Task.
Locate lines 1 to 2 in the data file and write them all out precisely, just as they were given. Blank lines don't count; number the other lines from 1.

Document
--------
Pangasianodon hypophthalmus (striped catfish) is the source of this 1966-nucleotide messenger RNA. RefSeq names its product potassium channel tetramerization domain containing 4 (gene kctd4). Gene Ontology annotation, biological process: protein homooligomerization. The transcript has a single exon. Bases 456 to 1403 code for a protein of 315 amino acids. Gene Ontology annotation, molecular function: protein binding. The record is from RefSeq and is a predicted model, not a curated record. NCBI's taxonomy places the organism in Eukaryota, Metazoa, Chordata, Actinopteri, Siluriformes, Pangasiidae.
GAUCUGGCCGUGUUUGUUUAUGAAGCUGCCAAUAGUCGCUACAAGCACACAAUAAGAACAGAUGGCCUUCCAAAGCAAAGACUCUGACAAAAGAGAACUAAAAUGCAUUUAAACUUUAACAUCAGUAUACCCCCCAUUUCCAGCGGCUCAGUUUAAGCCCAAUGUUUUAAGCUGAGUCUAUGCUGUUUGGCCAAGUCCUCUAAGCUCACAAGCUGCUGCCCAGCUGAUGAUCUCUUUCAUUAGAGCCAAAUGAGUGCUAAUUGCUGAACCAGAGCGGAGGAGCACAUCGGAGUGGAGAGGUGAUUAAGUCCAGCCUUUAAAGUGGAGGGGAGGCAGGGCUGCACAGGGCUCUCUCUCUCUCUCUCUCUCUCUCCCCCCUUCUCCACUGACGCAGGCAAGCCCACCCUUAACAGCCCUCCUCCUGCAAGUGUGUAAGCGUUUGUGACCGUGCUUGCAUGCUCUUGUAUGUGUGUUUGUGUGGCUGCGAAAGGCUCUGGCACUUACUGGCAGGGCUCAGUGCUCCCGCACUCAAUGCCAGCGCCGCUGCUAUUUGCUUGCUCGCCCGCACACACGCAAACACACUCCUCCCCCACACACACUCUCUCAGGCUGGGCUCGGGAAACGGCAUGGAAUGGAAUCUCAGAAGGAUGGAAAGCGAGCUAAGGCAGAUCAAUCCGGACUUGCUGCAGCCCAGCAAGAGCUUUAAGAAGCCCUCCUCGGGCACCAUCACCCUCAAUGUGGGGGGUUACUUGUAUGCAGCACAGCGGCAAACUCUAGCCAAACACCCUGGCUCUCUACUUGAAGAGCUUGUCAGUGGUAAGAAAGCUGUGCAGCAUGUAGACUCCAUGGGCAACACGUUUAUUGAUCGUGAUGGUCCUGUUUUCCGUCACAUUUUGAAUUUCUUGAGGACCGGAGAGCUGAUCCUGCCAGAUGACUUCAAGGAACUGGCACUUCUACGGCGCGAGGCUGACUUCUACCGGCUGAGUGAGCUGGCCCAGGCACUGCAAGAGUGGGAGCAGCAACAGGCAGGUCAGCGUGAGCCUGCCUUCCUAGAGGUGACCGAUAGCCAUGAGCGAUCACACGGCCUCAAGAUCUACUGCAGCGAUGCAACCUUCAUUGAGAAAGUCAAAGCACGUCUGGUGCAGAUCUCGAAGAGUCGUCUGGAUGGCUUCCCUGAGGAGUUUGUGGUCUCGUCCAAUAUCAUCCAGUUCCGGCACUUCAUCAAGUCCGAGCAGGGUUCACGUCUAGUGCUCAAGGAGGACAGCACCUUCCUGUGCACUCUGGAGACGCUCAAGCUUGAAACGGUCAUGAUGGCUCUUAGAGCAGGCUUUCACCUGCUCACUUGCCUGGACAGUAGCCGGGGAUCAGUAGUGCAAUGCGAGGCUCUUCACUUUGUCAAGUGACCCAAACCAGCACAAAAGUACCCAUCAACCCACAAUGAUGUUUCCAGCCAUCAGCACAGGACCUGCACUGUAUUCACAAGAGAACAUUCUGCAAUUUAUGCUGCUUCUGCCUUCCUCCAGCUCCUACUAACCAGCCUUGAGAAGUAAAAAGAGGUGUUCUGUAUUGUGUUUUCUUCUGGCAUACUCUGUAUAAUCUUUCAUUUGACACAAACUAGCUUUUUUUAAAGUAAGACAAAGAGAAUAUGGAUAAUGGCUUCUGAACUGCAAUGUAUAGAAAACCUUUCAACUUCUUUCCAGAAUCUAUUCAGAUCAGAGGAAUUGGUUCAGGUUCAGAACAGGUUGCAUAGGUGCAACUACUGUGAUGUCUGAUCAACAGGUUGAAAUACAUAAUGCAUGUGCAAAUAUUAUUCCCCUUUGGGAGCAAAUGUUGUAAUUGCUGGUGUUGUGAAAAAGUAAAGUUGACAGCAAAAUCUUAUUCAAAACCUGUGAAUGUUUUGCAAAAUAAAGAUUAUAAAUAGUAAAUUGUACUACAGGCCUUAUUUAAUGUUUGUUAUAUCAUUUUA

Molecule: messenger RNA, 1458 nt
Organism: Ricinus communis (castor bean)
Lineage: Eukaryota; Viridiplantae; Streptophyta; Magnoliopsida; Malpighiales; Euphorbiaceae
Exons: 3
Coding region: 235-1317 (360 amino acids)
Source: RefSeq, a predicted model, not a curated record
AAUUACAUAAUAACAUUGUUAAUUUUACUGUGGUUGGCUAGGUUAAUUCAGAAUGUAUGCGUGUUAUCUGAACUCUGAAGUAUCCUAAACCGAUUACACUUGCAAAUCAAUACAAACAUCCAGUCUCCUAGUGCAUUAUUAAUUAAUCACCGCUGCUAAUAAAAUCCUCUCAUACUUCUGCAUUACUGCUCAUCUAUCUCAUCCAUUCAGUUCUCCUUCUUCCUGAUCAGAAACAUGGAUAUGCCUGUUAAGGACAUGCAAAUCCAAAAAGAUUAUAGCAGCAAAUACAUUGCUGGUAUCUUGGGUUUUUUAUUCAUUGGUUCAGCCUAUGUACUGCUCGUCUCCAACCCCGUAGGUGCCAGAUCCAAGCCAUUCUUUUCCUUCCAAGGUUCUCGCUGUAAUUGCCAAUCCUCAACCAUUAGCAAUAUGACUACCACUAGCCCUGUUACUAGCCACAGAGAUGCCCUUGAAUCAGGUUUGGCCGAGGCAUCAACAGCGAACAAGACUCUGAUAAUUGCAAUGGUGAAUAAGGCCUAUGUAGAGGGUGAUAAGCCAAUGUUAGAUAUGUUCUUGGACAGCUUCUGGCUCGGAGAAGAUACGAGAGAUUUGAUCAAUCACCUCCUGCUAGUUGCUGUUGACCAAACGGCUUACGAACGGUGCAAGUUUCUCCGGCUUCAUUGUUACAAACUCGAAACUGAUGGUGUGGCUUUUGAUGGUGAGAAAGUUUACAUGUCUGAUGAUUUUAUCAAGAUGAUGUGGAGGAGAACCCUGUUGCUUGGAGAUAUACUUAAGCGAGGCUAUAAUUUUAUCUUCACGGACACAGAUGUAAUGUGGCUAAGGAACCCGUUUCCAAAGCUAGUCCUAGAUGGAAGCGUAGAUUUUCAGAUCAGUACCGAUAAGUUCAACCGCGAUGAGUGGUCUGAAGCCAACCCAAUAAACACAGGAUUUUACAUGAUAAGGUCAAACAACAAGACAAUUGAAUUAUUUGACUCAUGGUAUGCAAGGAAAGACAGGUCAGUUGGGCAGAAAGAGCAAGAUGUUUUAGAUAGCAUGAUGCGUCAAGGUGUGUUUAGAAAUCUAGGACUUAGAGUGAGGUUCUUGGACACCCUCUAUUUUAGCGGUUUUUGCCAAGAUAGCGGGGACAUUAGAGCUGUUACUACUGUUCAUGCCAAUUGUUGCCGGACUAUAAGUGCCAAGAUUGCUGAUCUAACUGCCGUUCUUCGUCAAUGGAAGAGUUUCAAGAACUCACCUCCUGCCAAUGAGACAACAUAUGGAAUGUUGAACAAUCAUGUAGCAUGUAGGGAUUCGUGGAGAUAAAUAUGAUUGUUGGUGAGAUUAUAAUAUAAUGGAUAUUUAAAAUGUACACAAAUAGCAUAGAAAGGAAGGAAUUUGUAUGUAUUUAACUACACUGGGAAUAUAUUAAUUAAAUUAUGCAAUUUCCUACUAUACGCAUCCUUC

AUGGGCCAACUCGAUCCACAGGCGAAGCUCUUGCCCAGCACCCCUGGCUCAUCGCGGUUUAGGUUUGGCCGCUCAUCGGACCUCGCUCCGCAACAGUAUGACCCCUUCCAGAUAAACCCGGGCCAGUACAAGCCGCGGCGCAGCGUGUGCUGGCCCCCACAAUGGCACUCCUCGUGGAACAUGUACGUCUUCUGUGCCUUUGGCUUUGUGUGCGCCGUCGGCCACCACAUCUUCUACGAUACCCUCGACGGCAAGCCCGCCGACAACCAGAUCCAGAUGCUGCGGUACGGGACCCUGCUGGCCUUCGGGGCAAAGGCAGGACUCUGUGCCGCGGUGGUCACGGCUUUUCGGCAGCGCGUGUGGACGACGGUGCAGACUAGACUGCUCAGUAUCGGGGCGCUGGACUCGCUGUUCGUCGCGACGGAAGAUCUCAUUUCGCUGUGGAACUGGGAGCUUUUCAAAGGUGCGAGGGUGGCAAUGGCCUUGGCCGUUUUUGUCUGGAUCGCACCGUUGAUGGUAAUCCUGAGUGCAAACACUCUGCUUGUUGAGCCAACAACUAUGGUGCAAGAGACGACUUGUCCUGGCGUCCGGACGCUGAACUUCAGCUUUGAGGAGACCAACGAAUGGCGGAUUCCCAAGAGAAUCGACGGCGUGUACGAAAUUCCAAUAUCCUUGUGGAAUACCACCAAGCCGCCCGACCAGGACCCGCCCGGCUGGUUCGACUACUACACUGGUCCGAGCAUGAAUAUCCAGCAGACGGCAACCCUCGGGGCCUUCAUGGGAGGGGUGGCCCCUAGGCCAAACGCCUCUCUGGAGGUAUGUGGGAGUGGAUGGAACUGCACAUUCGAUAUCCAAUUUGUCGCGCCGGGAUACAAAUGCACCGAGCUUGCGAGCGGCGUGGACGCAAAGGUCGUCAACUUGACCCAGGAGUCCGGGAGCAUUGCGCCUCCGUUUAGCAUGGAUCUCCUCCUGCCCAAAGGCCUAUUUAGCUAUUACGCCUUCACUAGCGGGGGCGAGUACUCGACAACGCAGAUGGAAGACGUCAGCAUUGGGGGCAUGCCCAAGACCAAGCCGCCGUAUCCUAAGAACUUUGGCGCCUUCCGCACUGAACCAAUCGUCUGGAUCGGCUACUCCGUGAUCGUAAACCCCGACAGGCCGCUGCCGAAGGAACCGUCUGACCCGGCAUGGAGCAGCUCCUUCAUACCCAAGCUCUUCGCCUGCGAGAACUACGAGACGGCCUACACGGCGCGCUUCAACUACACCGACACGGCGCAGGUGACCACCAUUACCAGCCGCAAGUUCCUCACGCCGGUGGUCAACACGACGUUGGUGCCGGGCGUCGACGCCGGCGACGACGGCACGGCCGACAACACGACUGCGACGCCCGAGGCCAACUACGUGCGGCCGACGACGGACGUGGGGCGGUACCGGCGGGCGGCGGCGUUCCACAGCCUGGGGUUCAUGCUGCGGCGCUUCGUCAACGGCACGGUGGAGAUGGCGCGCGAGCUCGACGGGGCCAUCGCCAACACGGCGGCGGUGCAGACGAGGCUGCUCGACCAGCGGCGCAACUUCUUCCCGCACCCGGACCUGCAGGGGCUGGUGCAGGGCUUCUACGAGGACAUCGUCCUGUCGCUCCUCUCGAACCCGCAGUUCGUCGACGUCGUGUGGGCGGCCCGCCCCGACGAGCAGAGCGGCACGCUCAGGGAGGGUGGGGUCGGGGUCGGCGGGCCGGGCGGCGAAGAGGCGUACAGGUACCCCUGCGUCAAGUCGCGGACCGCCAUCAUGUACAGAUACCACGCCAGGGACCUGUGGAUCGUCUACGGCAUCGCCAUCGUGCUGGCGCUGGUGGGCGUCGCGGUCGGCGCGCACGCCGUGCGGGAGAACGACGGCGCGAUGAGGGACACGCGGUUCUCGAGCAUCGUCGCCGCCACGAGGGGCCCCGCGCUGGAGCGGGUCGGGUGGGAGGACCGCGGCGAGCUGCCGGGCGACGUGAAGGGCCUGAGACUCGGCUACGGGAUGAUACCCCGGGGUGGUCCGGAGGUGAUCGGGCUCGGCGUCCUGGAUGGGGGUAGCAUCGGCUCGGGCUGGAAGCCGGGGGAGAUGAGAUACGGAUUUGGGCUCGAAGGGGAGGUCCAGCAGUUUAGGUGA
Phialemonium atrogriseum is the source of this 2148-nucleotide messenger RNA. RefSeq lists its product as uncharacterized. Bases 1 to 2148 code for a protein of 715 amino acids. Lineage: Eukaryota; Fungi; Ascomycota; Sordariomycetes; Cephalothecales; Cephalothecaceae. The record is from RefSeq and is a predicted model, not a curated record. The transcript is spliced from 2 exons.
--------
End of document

Pangasianodon hypophthalmus (striped catfish) is the source of this 1966-nucleotide messenger RNA. RefSeq names its product potassium channel tetramerization domain containing 4 (gene kctd4). Gene Ontology annotation, biological process: protein homooligomerization. The transcript has a single exon. Bases 456 to 1403 code for a protein of 315 amino acids. Gene Ontology annotation, molecular function: protein binding. The record is from RefSeq and is a predicted model, not a curated record. NCBI's taxonomy places the organism in Eukaryota, Metazoa, Chordata, Actinopteri, Siluriformes, Pangasiidae.
GAUCUGGCCGUGUUUGUUUAUGAAGCUGCCAAUAGUCGCUACAAGCACACAAUAAGAACAGAUGGCCUUCCAAAGCAAAGACUCUGACAAAAGAGAACUAAAAUGCAUUUAAACUUUAACAUCAGUAUACCCCCCAUUUCCAGCGGCUCAGUUUAAGCCCAAUGUUUUAAGCUGAGUCUAUGCUGUUUGGCCAAGUCCUCUAAGCUCACAAGCUGCUGCCCAGCUGAUGAUCUCUUUCAUUAGAGCCAAAUGAGUGCUAAUUGCUGAACCAGAGCGGAGGAGCACAUCGGAGUGGAGAGGUGAUUAAGUCCAGCCUUUAAAGUGGAGGGGAGGCAGGGCUGCACAGGGCUCUCUCUCUCUCUCUCUCUCUCUCCCCCCUUCUCCACUGACGCAGGCAAGCCCACCCUUAACAGCCCUCCUCCUGCAAGUGUGUAAGCGUUUGUGACCGUGCUUGCAUGCUCUUGUAUGUGUGUUUGUGUGGCUGCGAAAGGCUCUGGCACUUACUGGCAGGGCUCAGUGCUCCCGCACUCAAUGCCAGCGCCGCUGCUAUUUGCUUGCUCGCCCGCACACACGCAAACACACUCCUCCCCCACACACACUCUCUCAGGCUGGGCUCGGGAAACGGCAUGGAAUGGAAUCUCAGAAGGAUGGAAAGCGAGCUAAGGCAGAUCAAUCCGGACUUGCUGCAGCCCAGCAAGAGCUUUAAGAAGCCCUCCUCGGGCACCAUCACCCUCAAUGUGGGGGGUUACUUGUAUGCAGCACAGCGGCAAACUCUAGCCAAACACCCUGGCUCUCUACUUGAAGAGCUUGUCAGUGGUAAGAAAGCUGUGCAGCAUGUAGACUCCAUGGGCAACACGUUUAUUGAUCGUGAUGGUCCUGUUUUCCGUCACAUUUUGAAUUUCUUGAGGACCGGAGAGCUGAUCCUGCCAGAUGACUUCAAGGAACUGGCACUUCUACGGCGCGAGGCUGACUUCUACCGGCUGAGUGAGCUGGCCCAGGCACUGCAAGAGUGGGAGCAGCAACAGGCAGGUCAGCGUGAGCCUGCCUUCCUAGAGGUGACCGAUAGCCAUGAGCGAUCACACGGCCUCAAGAUCUACUGCAGCGAUGCAACCUUCAUUGAGAAAGUCAAAGCACGUCUGGUGCAGAUCUCGAAGAGUCGUCUGGAUGGCUUCCCUGAGGAGUUUGUGGUCUCGUCCAAUAUCAUCCAGUUCCGGCACUUCAUCAAGUCCGAGCAGGGUUCACGUCUAGUGCUCAAGGAGGACAGCACCUUCCUGUGCACUCUGGAGACGCUCAAGCUUGAAACGGUCAUGAUGGCUCUUAGAGCAGGCUUUCACCUGCUCACUUGCCUGGACAGUAGCCGGGGAUCAGUAGUGCAAUGCGAGGCUCUUCACUUUGUCAAGUGACCCAAACCAGCACAAAAGUACCCAUCAACCCACAAUGAUGUUUCCAGCCAUCAGCACAGGACCUGCACUGUAUUCACAAGAGAACAUUCUGCAAUUUAUGCUGCUUCUGCCUUCCUCCAGCUCCUACUAACCAGCCUUGAGAAGUAAAAAGAGGUGUUCUGUAUUGUGUUUUCUUCUGGCAUACUCUGUAUAAUCUUUCAUUUGACACAAACUAGCUUUUUUUAAAGUAAGACAAAGAGAAUAUGGAUAAUGGCUUCUGAACUGCAAUGUAUAGAAAACCUUUCAACUUCUUUCCAGAAUCUAUUCAGAUCAGAGGAAUUGGUUCAGGUUCAGAACAGGUUGCAUAGGUGCAACUACUGUGAUGUCUGAUCAACAGGUUGAAAUACAUAAUGCAUGUGCAAAUAUUAUUCCCCUUUGGGAGCAAAUGUUGUAAUUGCUGGUGUUGUGAAAAAGUAAAGUUGACAGCAAAAUCUUAUUCAAAACCUGUGAAUGUUUUGCAAAAUAAAGAUUAUAAAUAGUAAAUUGUACUACAGGCCUUAUUUAAUGUUUGUUAUAUCAUUUUA